Answer these our prayers, O God, according to your loving kindness, in Christ Jesus our Lord, Amen.


Loving God: you shower us with more than we earn or deserve. All the good gifts around us come from your hand. Receive now these symbols of your generosity to us, and grant that we might be living sacrifices given to your service. In Christ’s name we give and pray, Amen.


NCH#551 Pass me not Oh Gentle Savior


John 9: 1-25: “Jesus manifests himself as the light of the world: a man born blind receives sight”

SERMON Blindness

“O radiant Christ, incarnate Word, eternal love revealed in time: Come, make your home within our hearts, that we may dwell in light sublime. Amen.” (NCH, 168, 1) 

I hope we might all agree that there are many varieties of blindness in our contemporary society and world.

And our morning gospel lesson is all about blindness, as it identifies several different forms of the disease, only one of which is, of course, physical blindness. That’s the most obvious kind and was in fact the disability that plagued the beggar who was brought to the Temple that day. John says he was “a man blind from birth.” He was obviously, then, the victim of some genetic disorder or some birth accident.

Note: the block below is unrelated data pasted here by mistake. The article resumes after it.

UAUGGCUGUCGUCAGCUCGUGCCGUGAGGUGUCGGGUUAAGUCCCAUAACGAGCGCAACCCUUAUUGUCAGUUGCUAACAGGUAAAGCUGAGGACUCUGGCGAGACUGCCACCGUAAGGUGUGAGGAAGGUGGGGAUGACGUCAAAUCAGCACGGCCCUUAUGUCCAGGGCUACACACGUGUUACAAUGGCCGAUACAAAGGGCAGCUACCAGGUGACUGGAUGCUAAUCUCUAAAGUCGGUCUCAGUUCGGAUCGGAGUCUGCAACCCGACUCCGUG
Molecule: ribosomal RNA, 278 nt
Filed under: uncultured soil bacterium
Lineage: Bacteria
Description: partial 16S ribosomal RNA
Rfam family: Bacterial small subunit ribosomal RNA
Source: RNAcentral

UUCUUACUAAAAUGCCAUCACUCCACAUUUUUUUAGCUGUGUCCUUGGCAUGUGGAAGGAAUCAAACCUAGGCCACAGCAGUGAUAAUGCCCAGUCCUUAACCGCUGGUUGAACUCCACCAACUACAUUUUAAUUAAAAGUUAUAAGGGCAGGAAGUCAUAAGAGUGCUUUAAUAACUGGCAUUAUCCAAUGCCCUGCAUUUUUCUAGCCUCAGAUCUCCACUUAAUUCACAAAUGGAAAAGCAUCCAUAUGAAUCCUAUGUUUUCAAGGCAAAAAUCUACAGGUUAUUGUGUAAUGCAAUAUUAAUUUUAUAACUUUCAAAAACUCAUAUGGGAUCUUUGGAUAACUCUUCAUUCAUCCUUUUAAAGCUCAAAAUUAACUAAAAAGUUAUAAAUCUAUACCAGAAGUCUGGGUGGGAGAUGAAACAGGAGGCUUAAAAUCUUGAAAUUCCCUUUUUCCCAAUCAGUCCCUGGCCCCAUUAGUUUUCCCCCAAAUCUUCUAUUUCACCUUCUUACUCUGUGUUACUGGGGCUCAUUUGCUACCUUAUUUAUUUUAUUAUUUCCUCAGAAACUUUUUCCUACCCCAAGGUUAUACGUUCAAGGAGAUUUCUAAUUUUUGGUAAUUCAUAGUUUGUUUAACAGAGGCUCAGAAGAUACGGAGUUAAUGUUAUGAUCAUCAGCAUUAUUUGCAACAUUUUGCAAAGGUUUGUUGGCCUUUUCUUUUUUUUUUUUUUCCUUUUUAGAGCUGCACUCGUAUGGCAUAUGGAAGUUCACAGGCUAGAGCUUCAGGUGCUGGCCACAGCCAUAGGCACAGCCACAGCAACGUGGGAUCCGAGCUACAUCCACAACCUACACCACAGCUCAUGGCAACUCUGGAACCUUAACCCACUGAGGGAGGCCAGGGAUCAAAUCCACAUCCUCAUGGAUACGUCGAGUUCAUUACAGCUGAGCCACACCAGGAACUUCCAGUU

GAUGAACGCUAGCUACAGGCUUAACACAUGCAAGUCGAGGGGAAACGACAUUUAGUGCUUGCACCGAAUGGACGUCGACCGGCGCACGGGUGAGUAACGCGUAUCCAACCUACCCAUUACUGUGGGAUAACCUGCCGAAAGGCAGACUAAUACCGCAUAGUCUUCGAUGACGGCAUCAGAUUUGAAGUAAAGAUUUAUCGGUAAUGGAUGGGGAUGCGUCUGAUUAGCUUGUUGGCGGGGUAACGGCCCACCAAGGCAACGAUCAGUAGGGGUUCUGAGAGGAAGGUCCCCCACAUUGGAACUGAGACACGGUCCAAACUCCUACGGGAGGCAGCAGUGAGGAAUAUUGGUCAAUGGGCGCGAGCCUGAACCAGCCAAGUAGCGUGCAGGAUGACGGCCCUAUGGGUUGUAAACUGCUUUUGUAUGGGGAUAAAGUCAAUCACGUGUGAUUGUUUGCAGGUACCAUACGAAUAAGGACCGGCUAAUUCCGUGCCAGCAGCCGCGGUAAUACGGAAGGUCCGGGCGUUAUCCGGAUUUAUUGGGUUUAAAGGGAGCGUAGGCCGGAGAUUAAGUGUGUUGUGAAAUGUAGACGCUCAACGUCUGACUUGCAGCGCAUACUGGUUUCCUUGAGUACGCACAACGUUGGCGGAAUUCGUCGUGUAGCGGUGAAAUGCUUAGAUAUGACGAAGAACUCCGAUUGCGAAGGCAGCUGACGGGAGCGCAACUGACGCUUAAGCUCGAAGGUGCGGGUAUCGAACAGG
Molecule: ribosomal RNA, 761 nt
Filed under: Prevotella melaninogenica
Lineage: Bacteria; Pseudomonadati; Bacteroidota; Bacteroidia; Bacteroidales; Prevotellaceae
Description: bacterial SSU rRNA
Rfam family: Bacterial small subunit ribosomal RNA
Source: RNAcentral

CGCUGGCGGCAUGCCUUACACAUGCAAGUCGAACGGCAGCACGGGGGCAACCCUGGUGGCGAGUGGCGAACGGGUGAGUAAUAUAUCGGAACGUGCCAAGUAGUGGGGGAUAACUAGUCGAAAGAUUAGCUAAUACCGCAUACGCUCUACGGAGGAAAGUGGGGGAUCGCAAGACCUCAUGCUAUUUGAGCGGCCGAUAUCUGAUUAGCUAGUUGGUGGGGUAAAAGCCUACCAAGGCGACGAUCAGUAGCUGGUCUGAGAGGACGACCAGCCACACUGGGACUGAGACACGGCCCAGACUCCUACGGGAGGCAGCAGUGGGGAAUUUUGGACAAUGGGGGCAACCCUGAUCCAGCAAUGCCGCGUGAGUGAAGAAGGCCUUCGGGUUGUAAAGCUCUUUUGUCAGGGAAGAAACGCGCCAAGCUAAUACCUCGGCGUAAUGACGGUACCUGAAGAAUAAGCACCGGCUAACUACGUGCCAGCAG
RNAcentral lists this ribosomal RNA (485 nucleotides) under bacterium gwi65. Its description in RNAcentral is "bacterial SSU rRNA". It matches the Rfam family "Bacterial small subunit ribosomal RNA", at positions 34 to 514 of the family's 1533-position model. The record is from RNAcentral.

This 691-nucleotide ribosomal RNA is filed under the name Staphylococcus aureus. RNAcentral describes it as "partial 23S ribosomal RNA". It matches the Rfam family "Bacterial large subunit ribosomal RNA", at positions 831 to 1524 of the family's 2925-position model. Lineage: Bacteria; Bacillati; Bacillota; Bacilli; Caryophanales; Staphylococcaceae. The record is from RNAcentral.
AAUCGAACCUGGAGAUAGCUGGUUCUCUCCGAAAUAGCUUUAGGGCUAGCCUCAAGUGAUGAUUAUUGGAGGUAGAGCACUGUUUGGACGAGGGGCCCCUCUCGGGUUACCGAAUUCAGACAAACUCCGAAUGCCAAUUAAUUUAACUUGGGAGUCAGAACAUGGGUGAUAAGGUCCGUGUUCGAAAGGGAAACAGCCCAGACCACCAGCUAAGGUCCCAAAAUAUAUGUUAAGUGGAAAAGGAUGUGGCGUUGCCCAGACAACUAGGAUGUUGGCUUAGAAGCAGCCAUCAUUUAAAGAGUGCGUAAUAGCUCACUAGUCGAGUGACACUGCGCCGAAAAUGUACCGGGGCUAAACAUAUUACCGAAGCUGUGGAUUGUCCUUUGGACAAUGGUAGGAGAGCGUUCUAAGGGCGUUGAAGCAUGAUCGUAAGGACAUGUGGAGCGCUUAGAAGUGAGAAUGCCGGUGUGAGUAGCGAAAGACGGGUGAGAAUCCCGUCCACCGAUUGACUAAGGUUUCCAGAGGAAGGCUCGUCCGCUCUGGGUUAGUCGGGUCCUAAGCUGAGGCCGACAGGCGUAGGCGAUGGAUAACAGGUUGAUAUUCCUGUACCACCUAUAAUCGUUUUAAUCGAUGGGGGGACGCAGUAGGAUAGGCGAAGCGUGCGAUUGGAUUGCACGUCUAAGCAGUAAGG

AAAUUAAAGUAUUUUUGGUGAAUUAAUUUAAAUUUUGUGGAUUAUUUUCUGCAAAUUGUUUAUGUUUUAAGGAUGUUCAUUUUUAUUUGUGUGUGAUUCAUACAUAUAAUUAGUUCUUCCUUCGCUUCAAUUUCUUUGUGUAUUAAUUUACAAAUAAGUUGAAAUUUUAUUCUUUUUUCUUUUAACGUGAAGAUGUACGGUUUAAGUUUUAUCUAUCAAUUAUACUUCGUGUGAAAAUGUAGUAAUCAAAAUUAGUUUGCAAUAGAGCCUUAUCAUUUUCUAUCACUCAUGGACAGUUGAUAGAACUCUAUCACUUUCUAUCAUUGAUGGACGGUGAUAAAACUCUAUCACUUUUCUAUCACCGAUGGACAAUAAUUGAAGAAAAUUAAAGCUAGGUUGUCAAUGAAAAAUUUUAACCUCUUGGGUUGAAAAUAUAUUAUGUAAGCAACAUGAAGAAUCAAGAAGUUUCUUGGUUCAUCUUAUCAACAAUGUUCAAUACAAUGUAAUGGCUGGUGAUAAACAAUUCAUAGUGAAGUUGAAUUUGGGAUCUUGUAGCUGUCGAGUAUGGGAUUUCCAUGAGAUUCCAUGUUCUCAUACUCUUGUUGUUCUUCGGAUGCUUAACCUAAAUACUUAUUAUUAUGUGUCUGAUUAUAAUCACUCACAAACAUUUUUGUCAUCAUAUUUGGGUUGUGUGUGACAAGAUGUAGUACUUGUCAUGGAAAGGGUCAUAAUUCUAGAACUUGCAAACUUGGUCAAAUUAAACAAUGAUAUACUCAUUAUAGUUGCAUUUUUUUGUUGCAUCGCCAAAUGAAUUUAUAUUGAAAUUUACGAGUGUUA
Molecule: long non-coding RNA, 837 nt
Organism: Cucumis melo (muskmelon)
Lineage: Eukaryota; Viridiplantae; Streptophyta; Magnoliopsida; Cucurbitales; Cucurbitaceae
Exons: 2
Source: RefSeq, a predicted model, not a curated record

A second type of blindness identified in our Biblical story is what we might call theological.

Popular religious opinion in that day and age decreed that suffering was always the result of sin, either one’s own or some sin committed by one’s parents or even earlier generations of ancestors. The God of these faithful ancient people was a God of justice, not of mercy.